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  • Essays
  • Christmas Spirit - Giving Games Away

Christmas Spirit - Giving Games Away

O Updated
(Photo by Ben White on Unsplash)
There Will Be Games

It is the time of cheer and joy - and giving: Christmas. Of course, for many of us it's about receiving gifts, but there is also a lot of joy to be gotten from giving. If you think Christmas has become over-commercialized, then it's especially important that you give a gift - and I don't mean buying someone something, but giving away what you've already got. I'm talking about giving away some of your board games to spread the joy of our hobby to others.

I totally understand that this isn't something everyone can do. However, if you're in the lucky position of owning more board games than you actually play, then go through your collection and decide which ones you definitely need to keep, maybe for sentimental reasons or because you still play the game, and which ones you could give away. It might seem hard, but I can assure you that it will feel amazing when you're done and know that someone else will enjoy your game.

You then have to decide how you want to gift your games and you have several options. There is still time to drop your game to your local supermarket, many of which collect games to be given to charities who will distribute them as Christmas presents to families in need. We used to give away a game when we attended the family Christmas service in our local church, but even though that's not going to happen this year, it's still worth checking with your church if they accept donations to be given away as Christmas presents.

Local community clubs also often accept game donations, but do check with them to make sure they can accept your gift at the current time, or if you need to take extra steps to ensure they can accept it. Sometimes libraries also gladly accept board game donations, but again you need to check with them first to make sure they are able to take donations.

Children's hospitals are also usually open to board game donations, either to be used as presents for children in their care or to be put into the general pool of games to be played in the hospital itself. Again, do check with them first to make sure what you have to do to ensure they can accept your gift.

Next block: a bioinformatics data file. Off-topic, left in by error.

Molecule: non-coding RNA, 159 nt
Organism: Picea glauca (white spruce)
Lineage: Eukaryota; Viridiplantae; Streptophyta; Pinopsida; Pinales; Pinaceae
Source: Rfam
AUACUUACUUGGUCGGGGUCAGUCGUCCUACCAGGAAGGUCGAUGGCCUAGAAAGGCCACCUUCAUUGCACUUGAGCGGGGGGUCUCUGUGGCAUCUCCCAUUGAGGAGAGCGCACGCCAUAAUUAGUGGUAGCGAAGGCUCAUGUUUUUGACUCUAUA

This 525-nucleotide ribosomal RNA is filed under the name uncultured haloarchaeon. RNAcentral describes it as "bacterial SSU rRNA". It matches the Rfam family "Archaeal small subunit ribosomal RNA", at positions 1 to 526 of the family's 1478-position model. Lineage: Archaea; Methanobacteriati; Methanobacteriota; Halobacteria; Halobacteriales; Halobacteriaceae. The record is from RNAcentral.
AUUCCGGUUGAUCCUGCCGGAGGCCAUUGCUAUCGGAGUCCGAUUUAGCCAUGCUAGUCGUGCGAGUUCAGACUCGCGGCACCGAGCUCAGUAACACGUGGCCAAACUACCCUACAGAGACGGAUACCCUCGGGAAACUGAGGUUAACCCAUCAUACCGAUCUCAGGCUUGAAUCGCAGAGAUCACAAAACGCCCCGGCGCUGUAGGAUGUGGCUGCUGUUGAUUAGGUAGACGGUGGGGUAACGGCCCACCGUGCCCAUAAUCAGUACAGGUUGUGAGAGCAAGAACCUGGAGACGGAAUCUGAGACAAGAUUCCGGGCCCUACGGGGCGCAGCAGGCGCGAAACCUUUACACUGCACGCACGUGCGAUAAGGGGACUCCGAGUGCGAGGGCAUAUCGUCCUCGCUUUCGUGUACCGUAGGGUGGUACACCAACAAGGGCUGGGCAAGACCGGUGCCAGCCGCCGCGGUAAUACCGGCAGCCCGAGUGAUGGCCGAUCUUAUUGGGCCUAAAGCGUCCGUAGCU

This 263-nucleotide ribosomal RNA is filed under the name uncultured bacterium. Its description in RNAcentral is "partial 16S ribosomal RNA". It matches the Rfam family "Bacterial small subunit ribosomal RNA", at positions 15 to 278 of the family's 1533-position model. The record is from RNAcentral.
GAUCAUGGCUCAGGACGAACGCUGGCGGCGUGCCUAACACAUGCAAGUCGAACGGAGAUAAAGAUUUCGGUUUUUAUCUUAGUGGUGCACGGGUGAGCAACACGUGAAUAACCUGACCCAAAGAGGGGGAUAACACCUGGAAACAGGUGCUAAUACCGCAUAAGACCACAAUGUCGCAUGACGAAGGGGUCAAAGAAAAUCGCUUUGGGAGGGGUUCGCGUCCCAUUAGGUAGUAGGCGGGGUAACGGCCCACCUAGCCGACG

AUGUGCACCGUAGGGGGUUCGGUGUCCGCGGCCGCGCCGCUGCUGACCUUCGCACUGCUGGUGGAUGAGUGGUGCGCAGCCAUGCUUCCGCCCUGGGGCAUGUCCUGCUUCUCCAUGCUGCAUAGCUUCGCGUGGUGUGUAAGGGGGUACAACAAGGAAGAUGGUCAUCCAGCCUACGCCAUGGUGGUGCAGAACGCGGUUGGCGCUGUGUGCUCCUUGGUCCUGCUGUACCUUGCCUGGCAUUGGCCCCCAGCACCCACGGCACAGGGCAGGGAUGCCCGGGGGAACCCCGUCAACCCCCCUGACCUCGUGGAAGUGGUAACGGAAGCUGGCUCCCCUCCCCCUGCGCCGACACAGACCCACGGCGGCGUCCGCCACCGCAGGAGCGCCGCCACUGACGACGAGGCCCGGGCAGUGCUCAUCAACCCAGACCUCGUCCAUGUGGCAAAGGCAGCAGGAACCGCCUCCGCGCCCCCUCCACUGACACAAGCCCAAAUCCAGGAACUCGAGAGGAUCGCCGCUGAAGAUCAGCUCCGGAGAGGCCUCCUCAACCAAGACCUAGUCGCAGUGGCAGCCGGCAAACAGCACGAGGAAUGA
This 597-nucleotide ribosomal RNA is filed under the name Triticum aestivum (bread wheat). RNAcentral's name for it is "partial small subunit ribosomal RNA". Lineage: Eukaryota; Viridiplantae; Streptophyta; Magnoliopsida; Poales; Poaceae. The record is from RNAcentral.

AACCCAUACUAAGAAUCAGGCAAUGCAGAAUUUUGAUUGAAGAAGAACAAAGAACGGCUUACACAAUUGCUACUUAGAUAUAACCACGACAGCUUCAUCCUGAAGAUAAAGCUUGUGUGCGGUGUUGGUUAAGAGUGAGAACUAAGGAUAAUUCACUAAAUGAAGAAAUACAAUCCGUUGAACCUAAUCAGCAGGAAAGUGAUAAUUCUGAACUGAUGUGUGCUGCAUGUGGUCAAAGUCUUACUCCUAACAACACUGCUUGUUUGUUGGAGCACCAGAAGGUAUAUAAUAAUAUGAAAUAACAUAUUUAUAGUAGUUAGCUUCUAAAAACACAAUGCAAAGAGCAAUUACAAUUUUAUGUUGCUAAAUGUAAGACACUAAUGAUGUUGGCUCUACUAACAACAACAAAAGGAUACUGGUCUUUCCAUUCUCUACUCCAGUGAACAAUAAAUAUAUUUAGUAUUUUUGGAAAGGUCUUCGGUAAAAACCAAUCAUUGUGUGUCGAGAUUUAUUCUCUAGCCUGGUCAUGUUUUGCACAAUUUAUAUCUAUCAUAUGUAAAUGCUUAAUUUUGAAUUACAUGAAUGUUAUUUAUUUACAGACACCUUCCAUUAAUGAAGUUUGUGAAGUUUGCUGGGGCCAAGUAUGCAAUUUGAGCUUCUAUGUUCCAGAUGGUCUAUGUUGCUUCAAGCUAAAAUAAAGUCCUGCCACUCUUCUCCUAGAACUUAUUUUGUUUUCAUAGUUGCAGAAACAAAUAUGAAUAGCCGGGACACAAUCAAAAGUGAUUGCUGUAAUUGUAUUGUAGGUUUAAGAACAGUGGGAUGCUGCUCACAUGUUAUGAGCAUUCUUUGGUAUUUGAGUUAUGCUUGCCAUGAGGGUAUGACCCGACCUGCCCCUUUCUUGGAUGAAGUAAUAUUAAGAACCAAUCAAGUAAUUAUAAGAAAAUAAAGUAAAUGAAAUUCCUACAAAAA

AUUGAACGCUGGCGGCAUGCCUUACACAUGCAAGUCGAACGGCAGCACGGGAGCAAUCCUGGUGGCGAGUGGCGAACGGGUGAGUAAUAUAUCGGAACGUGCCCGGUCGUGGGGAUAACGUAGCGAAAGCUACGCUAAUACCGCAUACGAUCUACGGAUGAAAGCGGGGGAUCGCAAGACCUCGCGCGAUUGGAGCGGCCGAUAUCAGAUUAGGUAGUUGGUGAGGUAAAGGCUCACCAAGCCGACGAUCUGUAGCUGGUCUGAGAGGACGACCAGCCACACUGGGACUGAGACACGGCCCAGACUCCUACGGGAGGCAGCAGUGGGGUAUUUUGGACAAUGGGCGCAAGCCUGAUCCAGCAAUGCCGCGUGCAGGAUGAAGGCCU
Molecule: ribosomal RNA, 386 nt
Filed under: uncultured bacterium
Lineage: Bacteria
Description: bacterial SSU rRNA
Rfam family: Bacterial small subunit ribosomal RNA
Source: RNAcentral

You can also donate your board games to a charity shop of course, so someone else can buy them at a much more affordable price and you support the work of the charity as a whole. That might not feel quite as rewarding as giving your games away for free, but it's still a very worthy cause and many charities need extra support in the current climate.

If you want to look closer to home, you can give some of your games to neighbours, friends or family of course. Just make sure you pair the right game with the right people, which isn't always easy of course, but when you succeed, you will have given a personal gift to someone close to you and spread the hobby further.

Lastly, you could sell your games and donate the profits to charity. That will take quite a lot of effort and time, but it will be extra rewarding when you deposit the money into the charity's account. Make sure people know that the sale is for charity and offer the option to pay more than the asking price, because people tend to be more generous when something is for a good cause.

I'm sure there are other ways in which you can spread some Christmas joy with your board games. Have you done something similar? Have you got some other ideas? How does it feel when you give your games away? Please share your thoughts in the comments below. I'd love to hear from you.

There Will Be Games
Oliver Kinne
Oliver Kinne (He/Him)
Associate Writer

Oliver Kinne aims to publish two new articles every week on his blog, Tabletop Games Blog, and also release both in podcast form. He reviews board games and writes about tabletop games related topics.

Oliver is also the co-host of the Tabletop Inquisition podcast, which releases a new episode every three to four weeks and tackles different issues facing board games, the people who play them and maybe their industry.

Articles by Oliver Kinne

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Gary Sax's Avatar
Gary Sax replied the topic: #317439 22 Dec 2020 11:57
Another good practical reason to gives games is that with the shipping costs for individuals of the late 2010s, it's barely worth the money to sell games unless they're local anyway.
Michael Barnes's Avatar
Michael Barnes replied the topic: #317440 22 Dec 2020 11:58
One of the most rewarding things I’ve ever done in games is when we did the big donation to Egleston Children’s Hospital here as a part of our Secret Satan holiday thing. We collected a mountain of games from our readers and members here and it was awesome wheeling then for the hospital to use. All the cynicism and disappointment I have toward board gaming just melted away thinking that a kid that needed some cheering up or way to pass time during a long hospital stay might pick up a copy of Blokus or Survive or Loopin’ Chewie that we have and make new friends around it. Back when I had my store, I gave away a lot of games to a few different organizations and charities- it feels good. Better than blowing $200 on a Kickstarter.
southernman's Avatar
southernman replied the topic: #317449 22 Dec 2020 16:22
Or you could give money to charities all year round and buy yourself a $200 kickstarter, many ways to help in life.